This would be on par with a human male not only presenting his gal with flowers, but growing them too, and then presenting the garden to her.
It remains a mystery as to whether or not bowerbirds intentionally cultivate the plants, though. The researchers think it's possible that the pretty flowers grow around their bowers due to the birds gathering fruits for display, so the gardens might offer the birds an unintended benefit.
"Until now, humans have been the only species known to cultivate plants for uses other than food," lead author Joah Madden was quoted as saying in a press release. "We grow plants for all kinds of things –- from drugs, to clothing, to props that we use in our sexual displays, such as roses –- but it seems we are not unique in this respect."
"We do not believe bowerbirds are intentionally growing these plants, but this accumulation of preferred objects close to a site of habitation is arguably the way any cultivation begins. It will be very interesting to see how this mutually beneficial relationship between bowerbirds and these plants develops," Madden continued.
Native to Australia and Papua New Guinea, bowerbirds are well known for their unique courtship behavior. The ornate bowers may be considered as art with perspective, given that the male creates his "stage" such that he looks as big and mighty as can be, even if some of it is illusion.
For this latest study, the research team observed bowerbirds in Taunton National Park, Central Queensland. They found higher numbers of Solanum ellipticum, or potato bush, plants around bowers than in other locations. These plants have bright purple flowers and green fruit. Their research showed that the birds were not selecting locations with a high number of the plants, but rather that they were growing plants around their bowers.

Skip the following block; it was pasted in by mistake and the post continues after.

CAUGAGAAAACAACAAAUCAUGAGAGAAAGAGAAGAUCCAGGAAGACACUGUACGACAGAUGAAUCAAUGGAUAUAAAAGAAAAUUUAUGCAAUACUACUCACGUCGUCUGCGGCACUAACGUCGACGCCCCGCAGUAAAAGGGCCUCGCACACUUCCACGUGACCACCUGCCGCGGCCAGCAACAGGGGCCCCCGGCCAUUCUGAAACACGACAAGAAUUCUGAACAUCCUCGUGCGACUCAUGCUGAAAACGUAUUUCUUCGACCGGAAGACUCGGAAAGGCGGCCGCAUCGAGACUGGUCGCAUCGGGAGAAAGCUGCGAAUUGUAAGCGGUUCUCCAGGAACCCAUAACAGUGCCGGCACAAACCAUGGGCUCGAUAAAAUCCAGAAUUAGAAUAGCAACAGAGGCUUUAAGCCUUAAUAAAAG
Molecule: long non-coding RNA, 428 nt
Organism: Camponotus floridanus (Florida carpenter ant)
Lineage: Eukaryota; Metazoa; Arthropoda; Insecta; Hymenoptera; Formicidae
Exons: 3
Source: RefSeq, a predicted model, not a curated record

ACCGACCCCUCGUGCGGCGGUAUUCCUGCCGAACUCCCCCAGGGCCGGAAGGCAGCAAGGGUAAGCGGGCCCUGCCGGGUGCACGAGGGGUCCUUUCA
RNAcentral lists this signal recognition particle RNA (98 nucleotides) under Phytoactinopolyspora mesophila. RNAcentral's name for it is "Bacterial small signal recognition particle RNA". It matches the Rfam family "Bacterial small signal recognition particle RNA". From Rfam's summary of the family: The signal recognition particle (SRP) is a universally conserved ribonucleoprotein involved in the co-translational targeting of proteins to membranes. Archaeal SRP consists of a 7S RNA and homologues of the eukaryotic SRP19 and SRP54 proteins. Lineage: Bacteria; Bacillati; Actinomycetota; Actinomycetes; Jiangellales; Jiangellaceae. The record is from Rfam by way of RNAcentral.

It's a gorgeous plant, as you can see from images like this one.
Bowers with many fruit on them are especially attractive to choosy females. Males collect the fruits, but when the fruits shrivel, they discard them nearby. This results in seeds germinating in the ground around the bower. Bowerbirds clear the area around their bower of grass and weeds, making ideal conditions for new plants to germinate. (Wouldn't you like to have one in your garden?)
Male bowerbirds can maintain a bower in the same location for up to 10 years and thus benefit from establishing plants that may survive for several years.
Like farmers selecting for fatter pigs or larger seeds, the bird's behavior may lead to a change in the appearance of fruits. The fruits from plants close to the bowers were slightly greener in color than those found on other plants. The researchers tested the males' choices and found they preferred this color to that of the other fruit.